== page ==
Inverting the theatrics of “gym bro” culture: Guille Carmona’s characters are strong, sexy and sensitive
The London-based illustrator discusses gender-fluidity, the importance of sensitivity and completing his first ever cover for the upcoming issue of Buffalo Zine.
- Olivia Hingley
- 4 May 2022
Bulging, glowing biceps, devil horns, cute cats and flowing tears: Guille Carmona’s illustrations are intentionally contradictory. Whilst his works to have a “hyper-sexual” element to them, he tells It’s Nice That that ultimately “I like to create characters that are expected to be touchy or scary, showing some vulnerability”. This approach is rooted in two distinct cultures, Guille explains, both that of “gym bro culture” and “gay culture”. “I’m really interested in the gym bro culture and the theatrics of it”, he details. This influence is particularly apparent in his piece Self Love. One of his unearthly characters holds his phone in a mirror-selfie position, his thumb hooked in his jeans, parading a well sculpted v-line. On top of this, however, Guille’s work offers a more serious critique. “I guess it’s also a comment on the ‘masc for masc’ toxicity so prevalent in gay culture today and how performative it is”.
This paradoxical approach is rooted in the Spanish-born illustrator’s youth, where he found inspiration just about everywhere he looked. “Growing up reading manga and watching anime was clearly how I got into illustration”, but it was also factors such as his dad being a massive “sci-fi geek” that also piqued his interests. Being obsessed with Giger-like books and covers of sci-fi sagas, Guille found himself trying to replicate their very specific atmosphere. “I also remember seeing comics from Moebius, Richard Corben and Milo Manara and being so excited by these sexy characters… that definitely gave me the drive to (at least try) and draw something similar.”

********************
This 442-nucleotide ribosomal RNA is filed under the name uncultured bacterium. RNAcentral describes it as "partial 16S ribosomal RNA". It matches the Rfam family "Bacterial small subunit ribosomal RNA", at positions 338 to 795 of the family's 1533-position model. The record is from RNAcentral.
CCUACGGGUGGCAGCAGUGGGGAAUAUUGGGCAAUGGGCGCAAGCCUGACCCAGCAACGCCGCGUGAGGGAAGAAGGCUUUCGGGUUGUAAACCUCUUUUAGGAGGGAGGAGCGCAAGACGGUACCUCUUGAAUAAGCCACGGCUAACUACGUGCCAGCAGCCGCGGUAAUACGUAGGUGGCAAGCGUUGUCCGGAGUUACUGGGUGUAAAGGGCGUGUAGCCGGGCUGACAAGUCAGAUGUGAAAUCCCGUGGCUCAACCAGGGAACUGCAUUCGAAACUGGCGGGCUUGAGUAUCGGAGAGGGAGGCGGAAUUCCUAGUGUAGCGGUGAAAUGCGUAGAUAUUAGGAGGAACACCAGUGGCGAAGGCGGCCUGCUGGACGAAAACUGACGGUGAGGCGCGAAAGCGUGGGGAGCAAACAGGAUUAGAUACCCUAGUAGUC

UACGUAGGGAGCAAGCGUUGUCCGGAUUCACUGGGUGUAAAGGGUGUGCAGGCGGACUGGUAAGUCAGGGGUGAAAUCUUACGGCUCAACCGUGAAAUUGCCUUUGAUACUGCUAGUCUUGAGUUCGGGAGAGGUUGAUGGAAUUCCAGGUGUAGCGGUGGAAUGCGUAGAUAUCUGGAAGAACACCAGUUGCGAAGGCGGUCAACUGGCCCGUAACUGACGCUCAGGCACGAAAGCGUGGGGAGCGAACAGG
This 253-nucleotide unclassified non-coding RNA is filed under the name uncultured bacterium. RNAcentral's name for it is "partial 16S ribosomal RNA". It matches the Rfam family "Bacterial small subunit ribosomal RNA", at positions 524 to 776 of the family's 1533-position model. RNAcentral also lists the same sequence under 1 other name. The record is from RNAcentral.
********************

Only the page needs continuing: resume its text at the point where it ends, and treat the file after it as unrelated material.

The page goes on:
Alongside their sensitive eroticism, Guille’s illustrations also have a forward-thinking element to them and his goal has always been to “create characters and images that have no resemblance to reality”. With his characters having a certain alien, otherworldly feel, Guille explains that “my characters are sometimes a projection of my idea of what future humans may look like”. Creating strong, seemingly physically enhanced characters that morph into different species, Guille is also keen for his characters to have “no specific gender”, proving the potential for a much more gender-fluid society.
This gender-fluidity is something that also influenced Guille’s cover for the upcoming edition of Buffalo Zine. His first cover, and a piece of work he’s particularly proud of, Guille was given total freedom to create what he envisioned. Working around the zine’s theme of “pink”, the cover shows a lounging hot-pink figure, clad in nothing but pants, shiny elbow-length gloves and a Prada bag. Accompanied by a fluffy cat, a bed of roses and luminescent love-hearts, the piece screams Y2K candy-kitsch. But, Guille explains, he focused on purposefully depicting “a different body type, not normative in gender terms, a branch of his earlier themes, this time with a softer focus”. Not only does the cover fit the brief perfectly, Guille also sees it as one demonstrating a clear indication of an improvement in his technical skills since he first started his practice.
Currently practising airbrushing and enjoying the process of exploring and discovering new tools, Guille is also keen to start producing, “a more tangible type of art”, and so has his sights set on getting into 3D animation. And certainly, with Guille’s characters already so realised, it certainly seems like a natural progression to get them moving.
Guille Carmona: Sad Boy Big ears (Copyright © Guille Carmona, 2021)
About the Author
Olivia joined the It’s Nice That team as an editorial assistant in November 2021. A graduate of the University of Edinburgh with a degree in English literature and history, she’s particularly interested in illustration, photography, ceramic design and platforming creativity from the north of England.